Ad space in the United States is largely taken up by the latest health fad. Whether it be a new fat-free brownie or sugar-free soda, Americans are constantly being bombarded with information about the newest culprit responsible for our nation’s deteriorating health. Everyone, however, consistently overlooks the most statistically accurate indicator of a person’s health and life expectancy: their zip code.
This remains consistent with how our culture handles most of the problems Americans face; we blame fat people for being fat and poor people for being poor as if the solution is to simply not be. Poverty and fatness are inextricably linked together as the result of America’s highest moral failure: laziness. Greed, treachery, vanity, individualism, and pride are all excused as healthy expressions of human nature, while anything that could potentially harm productivity is met with disdain.
Paradoxically, as the U.S GDP continues to grow, the conditions everyday Americans experience continues to worsen. For the time ever, in 2014, life expectancy in the U.S began to decline instead of increase. Currently, 1 in 5 American children rely on food stamps to eat, and for the first time ever, the world has enough calories to satiate hunger but not enough nutrition to sustain life.
In the United States, a zip code is the best indicator of a person’s health because of a phenomenon public health officials call the Social Determinants of Health, “the conditions in which people are born, grow, live, work and age.” Ultimately, the best indicator of these conditions is a zip code because it is directly linked to socioeconomic status. These conditions determine the physical environment, exposure to chronic stress, quality of education, expectations for your future career, proximity to toxic waste, exposure to lead, economic stability, and access to healthcare.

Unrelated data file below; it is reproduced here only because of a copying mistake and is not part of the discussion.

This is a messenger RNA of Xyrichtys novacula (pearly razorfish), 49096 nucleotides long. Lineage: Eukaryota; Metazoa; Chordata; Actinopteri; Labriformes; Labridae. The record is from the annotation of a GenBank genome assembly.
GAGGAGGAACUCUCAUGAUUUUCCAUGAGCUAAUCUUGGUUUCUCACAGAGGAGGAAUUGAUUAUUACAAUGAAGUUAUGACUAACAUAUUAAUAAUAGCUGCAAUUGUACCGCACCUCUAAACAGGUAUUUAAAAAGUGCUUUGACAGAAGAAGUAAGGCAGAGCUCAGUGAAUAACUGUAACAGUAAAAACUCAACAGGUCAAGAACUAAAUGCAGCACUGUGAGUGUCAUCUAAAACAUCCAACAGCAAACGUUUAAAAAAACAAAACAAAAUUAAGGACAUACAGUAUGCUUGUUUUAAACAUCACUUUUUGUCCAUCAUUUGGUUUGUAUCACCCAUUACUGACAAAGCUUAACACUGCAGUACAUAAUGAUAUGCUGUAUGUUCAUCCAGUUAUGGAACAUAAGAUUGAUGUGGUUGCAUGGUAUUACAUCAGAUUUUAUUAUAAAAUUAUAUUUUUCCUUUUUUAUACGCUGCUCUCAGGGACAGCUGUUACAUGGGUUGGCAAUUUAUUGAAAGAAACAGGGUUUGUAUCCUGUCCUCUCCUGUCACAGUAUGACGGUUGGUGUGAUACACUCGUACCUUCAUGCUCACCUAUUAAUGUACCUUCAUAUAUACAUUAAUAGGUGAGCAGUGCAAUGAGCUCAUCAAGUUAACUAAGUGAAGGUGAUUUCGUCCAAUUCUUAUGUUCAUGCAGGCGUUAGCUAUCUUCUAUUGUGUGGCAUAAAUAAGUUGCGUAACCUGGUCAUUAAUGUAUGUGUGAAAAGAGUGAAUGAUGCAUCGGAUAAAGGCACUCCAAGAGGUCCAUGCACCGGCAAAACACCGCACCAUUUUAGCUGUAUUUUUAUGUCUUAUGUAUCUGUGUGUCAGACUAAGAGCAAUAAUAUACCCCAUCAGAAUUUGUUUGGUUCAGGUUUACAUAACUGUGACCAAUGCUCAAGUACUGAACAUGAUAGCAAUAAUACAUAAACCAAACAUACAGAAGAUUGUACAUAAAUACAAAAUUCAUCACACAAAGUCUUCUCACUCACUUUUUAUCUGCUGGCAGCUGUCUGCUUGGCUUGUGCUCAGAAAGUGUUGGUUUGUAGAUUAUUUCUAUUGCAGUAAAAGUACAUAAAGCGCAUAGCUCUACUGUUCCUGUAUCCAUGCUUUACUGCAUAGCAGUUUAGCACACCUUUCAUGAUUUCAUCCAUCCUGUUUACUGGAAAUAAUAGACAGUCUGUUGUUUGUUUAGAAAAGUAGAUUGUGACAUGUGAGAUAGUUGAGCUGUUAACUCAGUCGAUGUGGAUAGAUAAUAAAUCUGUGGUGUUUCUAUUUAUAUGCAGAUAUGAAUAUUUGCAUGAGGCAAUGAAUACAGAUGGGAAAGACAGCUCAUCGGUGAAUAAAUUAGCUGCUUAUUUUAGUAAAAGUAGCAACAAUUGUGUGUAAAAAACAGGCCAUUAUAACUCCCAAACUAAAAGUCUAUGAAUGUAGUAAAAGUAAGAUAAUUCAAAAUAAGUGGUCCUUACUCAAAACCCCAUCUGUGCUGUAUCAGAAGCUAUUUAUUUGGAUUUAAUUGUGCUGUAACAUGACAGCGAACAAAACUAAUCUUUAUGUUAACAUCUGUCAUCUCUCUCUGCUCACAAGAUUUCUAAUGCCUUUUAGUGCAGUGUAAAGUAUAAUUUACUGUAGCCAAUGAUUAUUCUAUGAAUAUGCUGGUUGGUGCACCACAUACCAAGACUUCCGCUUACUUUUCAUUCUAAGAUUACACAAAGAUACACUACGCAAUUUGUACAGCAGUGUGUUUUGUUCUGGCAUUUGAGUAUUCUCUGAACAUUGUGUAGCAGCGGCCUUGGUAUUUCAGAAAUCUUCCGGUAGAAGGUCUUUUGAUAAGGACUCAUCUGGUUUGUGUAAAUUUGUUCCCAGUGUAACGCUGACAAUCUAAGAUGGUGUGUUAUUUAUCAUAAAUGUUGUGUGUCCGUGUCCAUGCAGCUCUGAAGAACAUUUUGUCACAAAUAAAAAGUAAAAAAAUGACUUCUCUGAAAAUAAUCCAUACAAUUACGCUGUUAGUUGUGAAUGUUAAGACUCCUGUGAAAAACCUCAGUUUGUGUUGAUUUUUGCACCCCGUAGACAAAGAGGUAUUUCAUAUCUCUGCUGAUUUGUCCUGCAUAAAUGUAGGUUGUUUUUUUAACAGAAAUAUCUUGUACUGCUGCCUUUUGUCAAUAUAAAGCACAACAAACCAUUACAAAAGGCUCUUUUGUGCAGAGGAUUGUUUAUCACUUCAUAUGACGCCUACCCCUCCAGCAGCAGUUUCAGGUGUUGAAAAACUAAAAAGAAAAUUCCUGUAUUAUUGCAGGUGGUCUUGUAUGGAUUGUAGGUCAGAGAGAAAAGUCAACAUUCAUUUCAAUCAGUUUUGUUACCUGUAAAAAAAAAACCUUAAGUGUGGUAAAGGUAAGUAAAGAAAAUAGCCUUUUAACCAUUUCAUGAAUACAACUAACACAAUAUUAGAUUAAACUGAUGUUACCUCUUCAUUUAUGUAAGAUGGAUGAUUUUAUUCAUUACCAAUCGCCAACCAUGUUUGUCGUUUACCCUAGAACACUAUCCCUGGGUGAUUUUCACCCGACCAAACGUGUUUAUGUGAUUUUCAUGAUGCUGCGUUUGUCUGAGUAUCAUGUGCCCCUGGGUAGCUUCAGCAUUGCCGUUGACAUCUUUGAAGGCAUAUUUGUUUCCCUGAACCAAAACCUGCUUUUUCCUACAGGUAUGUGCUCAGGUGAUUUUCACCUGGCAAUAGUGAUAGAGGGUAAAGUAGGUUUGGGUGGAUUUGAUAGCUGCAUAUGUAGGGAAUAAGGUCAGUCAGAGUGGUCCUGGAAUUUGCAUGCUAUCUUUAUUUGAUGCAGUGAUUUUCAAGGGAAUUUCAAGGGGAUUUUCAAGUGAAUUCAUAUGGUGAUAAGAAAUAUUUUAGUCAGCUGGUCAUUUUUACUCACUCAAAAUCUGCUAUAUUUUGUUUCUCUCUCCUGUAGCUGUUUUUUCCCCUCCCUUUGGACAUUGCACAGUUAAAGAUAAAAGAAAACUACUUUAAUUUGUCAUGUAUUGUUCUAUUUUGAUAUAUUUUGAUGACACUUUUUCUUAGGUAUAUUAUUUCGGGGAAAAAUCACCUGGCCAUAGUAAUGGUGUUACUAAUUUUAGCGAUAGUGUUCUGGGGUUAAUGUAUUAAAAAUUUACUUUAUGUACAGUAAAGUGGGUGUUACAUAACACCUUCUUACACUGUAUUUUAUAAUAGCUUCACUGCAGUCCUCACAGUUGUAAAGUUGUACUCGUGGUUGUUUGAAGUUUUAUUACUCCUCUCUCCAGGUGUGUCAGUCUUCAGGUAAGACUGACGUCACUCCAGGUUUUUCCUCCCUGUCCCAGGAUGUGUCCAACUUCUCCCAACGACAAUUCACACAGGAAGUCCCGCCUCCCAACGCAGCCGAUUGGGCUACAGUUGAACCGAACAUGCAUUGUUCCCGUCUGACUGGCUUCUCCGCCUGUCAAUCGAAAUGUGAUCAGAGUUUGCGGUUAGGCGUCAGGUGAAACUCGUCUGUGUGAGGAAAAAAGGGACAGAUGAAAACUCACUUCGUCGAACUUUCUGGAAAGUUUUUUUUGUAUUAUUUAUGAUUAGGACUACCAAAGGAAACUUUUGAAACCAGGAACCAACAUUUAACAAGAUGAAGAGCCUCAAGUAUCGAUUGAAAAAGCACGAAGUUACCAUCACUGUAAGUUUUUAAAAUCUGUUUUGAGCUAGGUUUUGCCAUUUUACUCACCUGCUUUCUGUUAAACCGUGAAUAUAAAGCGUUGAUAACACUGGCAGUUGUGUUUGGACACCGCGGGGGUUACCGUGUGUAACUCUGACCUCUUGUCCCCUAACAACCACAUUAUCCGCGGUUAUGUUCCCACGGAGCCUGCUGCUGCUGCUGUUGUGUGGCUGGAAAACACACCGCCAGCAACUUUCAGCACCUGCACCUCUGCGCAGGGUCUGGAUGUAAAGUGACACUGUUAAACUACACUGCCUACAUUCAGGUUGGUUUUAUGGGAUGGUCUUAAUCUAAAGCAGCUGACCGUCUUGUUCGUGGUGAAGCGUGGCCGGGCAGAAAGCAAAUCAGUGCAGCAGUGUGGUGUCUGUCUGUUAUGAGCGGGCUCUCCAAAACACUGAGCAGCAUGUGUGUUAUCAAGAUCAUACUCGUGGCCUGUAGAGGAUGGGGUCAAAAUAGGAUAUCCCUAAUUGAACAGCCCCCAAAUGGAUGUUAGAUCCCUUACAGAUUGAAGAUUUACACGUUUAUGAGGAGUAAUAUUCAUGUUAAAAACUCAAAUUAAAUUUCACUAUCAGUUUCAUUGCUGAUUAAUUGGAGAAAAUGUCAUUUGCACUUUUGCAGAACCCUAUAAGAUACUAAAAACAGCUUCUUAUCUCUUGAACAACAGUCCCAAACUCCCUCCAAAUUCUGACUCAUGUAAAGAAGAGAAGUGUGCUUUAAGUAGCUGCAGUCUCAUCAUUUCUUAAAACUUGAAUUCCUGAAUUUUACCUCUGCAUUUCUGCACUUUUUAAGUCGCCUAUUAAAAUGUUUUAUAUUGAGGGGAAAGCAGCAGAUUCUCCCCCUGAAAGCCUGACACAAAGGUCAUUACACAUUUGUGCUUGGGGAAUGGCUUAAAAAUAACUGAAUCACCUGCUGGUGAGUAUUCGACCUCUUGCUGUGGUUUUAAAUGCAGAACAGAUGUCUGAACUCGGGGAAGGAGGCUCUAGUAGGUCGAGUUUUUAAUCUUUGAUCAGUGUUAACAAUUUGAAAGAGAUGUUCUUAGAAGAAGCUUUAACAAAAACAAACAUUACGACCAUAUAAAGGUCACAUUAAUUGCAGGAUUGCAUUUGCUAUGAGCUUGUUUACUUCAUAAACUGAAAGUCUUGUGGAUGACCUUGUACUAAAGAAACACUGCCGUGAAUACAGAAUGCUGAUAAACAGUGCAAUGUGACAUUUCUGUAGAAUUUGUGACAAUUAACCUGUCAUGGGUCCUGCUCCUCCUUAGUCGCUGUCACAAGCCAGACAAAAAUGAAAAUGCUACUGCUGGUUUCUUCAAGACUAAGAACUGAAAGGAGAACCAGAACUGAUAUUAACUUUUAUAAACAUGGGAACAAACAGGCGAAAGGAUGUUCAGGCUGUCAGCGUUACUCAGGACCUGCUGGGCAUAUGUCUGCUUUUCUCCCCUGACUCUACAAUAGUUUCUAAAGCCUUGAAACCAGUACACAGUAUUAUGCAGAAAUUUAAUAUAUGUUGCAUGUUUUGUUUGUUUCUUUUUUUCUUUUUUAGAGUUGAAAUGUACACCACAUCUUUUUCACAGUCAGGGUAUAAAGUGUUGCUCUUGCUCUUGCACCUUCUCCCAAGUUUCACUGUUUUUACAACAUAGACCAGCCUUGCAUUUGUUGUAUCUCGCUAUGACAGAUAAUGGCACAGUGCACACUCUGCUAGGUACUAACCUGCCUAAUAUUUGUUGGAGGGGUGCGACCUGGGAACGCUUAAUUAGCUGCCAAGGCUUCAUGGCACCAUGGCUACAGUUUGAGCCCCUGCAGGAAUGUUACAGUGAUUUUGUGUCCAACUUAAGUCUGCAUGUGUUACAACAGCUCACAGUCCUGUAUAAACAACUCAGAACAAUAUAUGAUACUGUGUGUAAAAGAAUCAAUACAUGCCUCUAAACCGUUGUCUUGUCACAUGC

Of these conditions, food is one of the most important determinants of a person’s health and, unfortunately, the most impacted by zip code. In America, public health officials have coined the term Food Deserts to describe communities where at least one-third of the population lives at least 1 mile away from a grocery store in urban areas or greater than 10 miles in urban areas. Based on these metrics, over 19 million Americans live in Food Deserts, and of that, 19 million Black people are disproportionately represented.
Instead of grocery stores, these impoverished communities have Fast Food chains, which provide a cheap, easy, and reliable source of calories for a family with a limited budget and mental bandwidth. An article published in The Guardian explains their danger, “Fast-food restaurants aren’t only problematic because of their calorie-rich menus. They are heavily concentrated businesses. Ten companies own more than 50 of the biggest restaurant chains in the world. Many franchises have multiple owners, most of whom are unlikely to reside in the community. So local communities fail to control the food system. Concentrated purchasing power controls how food is grown and traded across the world. A basic tenet of my discipline, agricultural economics, is that international trade can benefit all. But in fact, disproportionate corporate power over the food system has created “food deserts” where people can’t get healthy food.”